ALL OF THE publicans in one rural town are going keep their doors shut and remain closed for business this coming Good Friday.
This follows the six publicans based in the north Cork town of Newmarket coming together and deciding collectively that they will not open their doors in spite of the state lifting the 91-year-old ban on pubs serving alcohol on Good Friday.
John Scanlon of Scanlon’s Bar on Church Street, the publican who first proposed the move in an initial chat with a colleague said: “We have only two days off each year, Christmas Day and Good Friday and we want to hold onto that. It is a day publicans want to spend with their families.”
According to the most recent census, Newmarket has a population of 976 and the move has received an overwhelmingly positive response from pub customers in the town.
Publican Joan Hourigan has been serving pints from the behind the counter at Hourigan’s Bar on Newmarket’s New Street for the past 50 years.
A mother of nine, five of her children are involved in the business and Hourigan said that she has always enjoyed a day out or decorating their shut pub on Good Friday “and I don’t want to give that up”.
Hourigan said that the day off on Good Friday “is something that I cherish and a tradition I want to maintain”.
She said that religion is playing only “a small part” in her decision to remain closed.
“A lot of our customers would be older farmers and I wouldn’t think we would be particularly busy on Good Friday anyway. They have grown up with the tradition and I think they will see it out.”
Mick Hourigan, another publican in the village, announced the move to his customers on his pub’s Facebook page and the response from customers has been universally positive.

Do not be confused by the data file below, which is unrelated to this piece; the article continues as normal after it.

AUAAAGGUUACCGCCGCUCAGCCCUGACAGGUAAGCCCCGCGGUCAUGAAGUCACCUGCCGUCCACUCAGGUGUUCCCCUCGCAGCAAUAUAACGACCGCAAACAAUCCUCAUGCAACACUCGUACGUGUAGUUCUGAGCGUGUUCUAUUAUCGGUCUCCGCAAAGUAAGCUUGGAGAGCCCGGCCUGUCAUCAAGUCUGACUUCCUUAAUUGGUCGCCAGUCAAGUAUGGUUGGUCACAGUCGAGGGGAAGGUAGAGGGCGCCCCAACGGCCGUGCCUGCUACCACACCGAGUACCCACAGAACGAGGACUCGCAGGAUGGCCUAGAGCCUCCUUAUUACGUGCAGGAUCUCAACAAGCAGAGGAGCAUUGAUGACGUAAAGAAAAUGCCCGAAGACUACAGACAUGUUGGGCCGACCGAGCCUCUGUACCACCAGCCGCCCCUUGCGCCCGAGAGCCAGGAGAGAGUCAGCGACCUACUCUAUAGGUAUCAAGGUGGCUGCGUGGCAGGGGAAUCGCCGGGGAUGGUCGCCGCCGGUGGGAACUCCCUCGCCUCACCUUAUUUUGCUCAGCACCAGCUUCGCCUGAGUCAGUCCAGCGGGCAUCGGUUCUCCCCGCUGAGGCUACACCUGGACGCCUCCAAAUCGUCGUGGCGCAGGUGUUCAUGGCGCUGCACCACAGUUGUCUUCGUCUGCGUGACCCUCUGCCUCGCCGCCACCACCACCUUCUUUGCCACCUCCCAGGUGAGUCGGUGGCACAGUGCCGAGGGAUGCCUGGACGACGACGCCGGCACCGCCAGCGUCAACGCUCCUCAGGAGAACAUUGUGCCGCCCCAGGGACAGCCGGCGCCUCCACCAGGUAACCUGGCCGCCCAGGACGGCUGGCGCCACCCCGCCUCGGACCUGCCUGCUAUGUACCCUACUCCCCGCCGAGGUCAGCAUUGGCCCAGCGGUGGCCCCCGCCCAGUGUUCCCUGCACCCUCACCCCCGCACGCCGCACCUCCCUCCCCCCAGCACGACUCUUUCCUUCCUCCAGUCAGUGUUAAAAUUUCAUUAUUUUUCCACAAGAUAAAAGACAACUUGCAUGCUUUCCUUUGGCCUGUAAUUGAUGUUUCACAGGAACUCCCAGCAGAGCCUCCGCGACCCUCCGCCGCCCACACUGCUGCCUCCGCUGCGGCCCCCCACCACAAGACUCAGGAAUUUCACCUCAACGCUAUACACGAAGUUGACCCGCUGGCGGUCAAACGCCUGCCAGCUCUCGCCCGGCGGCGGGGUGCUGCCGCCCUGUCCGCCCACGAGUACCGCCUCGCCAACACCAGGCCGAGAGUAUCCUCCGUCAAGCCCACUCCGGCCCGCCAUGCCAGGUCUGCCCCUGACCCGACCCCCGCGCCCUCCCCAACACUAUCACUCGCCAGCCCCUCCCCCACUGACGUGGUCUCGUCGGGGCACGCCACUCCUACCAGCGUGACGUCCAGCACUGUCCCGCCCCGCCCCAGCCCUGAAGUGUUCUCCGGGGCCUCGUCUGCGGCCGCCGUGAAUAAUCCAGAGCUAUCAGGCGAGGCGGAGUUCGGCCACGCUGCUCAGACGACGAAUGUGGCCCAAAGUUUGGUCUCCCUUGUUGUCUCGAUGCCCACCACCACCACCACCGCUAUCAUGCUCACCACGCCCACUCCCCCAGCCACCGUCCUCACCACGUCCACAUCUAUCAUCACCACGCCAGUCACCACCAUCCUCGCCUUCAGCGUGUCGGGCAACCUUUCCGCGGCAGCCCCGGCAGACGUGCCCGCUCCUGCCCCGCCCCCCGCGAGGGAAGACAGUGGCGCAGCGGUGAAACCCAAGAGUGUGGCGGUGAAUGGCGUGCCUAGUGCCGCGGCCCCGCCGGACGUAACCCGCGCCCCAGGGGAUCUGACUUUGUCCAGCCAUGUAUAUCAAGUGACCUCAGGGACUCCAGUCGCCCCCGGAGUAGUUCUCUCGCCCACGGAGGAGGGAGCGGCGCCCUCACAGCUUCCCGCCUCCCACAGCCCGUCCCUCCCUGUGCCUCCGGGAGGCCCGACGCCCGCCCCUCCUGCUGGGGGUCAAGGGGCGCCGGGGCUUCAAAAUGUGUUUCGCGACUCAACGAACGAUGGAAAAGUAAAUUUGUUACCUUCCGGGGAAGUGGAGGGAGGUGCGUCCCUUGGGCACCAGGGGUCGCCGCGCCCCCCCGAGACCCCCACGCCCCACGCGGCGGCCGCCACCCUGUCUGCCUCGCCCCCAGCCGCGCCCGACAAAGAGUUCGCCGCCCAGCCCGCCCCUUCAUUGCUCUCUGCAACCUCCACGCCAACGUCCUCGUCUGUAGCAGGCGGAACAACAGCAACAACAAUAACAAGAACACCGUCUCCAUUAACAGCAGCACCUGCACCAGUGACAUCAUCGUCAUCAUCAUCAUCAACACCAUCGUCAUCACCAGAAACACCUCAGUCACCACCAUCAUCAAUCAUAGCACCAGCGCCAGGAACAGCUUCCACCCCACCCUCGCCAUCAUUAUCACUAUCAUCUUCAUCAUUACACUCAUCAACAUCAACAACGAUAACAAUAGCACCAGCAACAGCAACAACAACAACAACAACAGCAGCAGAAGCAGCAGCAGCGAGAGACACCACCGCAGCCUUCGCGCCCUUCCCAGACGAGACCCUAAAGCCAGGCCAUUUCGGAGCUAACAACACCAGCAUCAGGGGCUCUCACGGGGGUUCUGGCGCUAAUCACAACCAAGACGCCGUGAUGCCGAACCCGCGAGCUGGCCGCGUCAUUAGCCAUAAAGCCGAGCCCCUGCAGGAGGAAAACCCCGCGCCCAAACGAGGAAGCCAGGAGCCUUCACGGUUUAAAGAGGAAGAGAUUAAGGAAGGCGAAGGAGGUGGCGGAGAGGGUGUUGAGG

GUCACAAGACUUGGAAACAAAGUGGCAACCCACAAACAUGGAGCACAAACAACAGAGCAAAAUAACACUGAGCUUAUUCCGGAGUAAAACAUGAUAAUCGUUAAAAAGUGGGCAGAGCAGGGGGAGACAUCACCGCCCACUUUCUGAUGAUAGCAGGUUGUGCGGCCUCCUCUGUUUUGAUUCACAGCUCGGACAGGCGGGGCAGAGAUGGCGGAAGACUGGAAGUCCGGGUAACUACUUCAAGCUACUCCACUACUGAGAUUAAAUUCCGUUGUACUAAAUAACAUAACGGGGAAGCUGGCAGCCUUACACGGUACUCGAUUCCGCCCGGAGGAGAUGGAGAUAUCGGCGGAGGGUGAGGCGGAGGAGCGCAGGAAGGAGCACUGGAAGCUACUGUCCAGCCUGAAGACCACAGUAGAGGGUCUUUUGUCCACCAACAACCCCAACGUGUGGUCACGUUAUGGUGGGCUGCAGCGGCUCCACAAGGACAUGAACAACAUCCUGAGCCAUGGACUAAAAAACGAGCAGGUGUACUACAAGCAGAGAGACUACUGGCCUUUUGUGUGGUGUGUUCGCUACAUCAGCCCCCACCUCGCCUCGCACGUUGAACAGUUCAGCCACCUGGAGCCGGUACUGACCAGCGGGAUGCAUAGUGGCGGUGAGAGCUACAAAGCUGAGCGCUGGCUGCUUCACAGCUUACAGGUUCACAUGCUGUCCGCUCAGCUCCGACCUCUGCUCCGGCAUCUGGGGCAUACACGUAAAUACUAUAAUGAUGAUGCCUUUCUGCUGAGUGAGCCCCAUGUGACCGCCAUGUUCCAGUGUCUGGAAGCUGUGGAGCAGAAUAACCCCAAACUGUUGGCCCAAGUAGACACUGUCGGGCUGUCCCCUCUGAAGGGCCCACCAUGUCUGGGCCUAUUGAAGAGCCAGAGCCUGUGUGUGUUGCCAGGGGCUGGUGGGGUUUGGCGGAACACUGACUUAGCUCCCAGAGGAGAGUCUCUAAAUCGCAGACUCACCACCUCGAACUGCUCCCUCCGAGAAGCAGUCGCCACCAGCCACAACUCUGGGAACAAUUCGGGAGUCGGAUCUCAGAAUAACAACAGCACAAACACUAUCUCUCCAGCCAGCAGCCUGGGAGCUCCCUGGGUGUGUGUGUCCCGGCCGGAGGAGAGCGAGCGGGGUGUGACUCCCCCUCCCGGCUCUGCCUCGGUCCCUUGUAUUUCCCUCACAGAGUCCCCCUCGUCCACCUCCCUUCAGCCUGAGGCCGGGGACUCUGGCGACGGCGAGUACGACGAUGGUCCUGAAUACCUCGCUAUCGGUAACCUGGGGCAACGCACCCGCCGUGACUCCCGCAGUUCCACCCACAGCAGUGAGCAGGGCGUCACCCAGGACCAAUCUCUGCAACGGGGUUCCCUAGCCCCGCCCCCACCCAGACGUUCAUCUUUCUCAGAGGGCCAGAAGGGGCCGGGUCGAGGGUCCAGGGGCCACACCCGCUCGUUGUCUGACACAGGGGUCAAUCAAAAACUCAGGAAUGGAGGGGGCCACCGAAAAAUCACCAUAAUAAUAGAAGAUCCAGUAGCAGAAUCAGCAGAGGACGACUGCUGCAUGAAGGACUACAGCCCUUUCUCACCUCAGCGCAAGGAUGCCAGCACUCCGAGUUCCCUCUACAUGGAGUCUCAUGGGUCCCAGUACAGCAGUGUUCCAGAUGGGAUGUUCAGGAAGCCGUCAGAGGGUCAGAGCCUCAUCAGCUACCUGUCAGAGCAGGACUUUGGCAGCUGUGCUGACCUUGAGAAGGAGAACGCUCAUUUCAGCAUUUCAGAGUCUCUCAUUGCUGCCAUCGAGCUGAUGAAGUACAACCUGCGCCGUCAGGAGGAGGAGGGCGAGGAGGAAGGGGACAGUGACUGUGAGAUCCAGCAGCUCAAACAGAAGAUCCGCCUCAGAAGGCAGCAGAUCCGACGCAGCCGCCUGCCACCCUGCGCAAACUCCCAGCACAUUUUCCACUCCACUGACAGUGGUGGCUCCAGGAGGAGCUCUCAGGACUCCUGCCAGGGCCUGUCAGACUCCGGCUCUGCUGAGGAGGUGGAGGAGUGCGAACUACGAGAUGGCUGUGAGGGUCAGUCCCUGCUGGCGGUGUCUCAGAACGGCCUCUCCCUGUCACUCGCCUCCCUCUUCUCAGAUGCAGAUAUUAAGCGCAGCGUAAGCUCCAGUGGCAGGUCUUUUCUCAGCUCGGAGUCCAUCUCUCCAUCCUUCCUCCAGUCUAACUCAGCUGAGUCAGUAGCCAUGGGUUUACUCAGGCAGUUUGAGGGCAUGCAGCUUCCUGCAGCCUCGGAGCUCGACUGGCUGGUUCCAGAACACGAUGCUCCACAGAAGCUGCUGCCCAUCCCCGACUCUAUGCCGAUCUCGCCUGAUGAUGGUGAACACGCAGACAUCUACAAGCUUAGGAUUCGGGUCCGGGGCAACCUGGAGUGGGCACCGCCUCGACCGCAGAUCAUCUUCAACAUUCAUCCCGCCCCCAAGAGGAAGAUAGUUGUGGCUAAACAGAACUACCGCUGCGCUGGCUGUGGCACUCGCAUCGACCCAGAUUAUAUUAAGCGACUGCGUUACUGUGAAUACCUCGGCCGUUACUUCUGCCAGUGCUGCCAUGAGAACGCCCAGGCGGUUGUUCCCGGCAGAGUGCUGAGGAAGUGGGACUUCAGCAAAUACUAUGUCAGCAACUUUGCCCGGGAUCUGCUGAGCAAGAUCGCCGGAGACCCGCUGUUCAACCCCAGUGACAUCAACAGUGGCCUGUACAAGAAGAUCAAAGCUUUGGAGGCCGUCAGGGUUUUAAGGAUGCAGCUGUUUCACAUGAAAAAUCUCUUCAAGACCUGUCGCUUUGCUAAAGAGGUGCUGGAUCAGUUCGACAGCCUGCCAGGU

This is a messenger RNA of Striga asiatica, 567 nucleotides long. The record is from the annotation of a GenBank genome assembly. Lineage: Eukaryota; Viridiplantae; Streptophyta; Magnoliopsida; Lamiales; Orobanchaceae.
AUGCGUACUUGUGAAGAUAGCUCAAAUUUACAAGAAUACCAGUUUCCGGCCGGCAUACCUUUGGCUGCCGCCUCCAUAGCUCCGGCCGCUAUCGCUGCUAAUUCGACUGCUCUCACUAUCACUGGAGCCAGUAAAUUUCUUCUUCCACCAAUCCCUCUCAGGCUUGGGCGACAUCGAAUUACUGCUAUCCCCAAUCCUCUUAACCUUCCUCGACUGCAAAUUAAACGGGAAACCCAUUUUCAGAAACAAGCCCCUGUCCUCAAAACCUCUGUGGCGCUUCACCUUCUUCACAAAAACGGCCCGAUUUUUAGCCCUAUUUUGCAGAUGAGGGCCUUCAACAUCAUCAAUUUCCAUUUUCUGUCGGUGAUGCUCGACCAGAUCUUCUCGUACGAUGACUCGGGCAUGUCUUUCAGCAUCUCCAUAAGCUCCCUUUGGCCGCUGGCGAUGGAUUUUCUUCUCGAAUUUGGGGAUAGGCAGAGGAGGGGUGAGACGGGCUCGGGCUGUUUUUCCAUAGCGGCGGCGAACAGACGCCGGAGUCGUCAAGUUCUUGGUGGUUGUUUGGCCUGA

Hourgian operates a bar and a nightclub in the village employing more than 20 people.
“There are 363 days a year when the pub is open and I think that is plenty. Soon they will want us to open on Christmas Day,” said Hourigan. “I wouldn’t ask my staff to work on Good Friday. What is around on a Friday is not a lot.”
Scanlon admitted that the decision to close can only work when all publicans in the area decide to close.
“It would be different for city publicans who would be giving up a lot of revenues by staying shut on a Friday night, but I don’t think there would be a lot around here on Good Friday.”
Scanlon said that there has been no negative feedback from customers and the response has been positive.
“It is going against the grain – but who knows? Other pubs around the country may follow.”
On the Facebook page of Mick Hourigan’s pub, one customer wrote: “It is great to see that old traditions matter to our country … well done to you and hopefully more will follow.”
Another wrote “well done Newmarket, keep up our traditions” while one woman posted: “Well done to ye guys. Fair play. Our country needs to stand up for its traditions. Very proud that it is Newmarket leading the way – ‘we lead where others follow’”.
Earlier this year, President Michael D Higgins signed into law the amendment to the Intoxicating Liquor Act that lifted the Good Friday pub ban that had been in place since 1927.
Independent Senator Gerald Craughwell was a co-sponsor of the bill that has resulted in the lifting of the ban.
“The bill was all about choice, especially for publicans and I fully respect the decision by the publicans of Newmarket to stay closed on Good Friday. It is very interesting that they have come together to do this,” said Craughwell.
Craughwell said that he wasn’t approached by any vintners while the bill went through the Oireachtas.
A spokesman for the Vintners Federation of Ireland (VFI) said today: “Like all other days of the year – except Christmas Day – publicans can choose to open or remain closed on Good Friday. The decision is entirely their own to make.
“The removal of the ban on serving alcohol in licensed premises on Good Friday has received broad support from the pub sector particularly as many tourists visit Ireland during the Easter period.”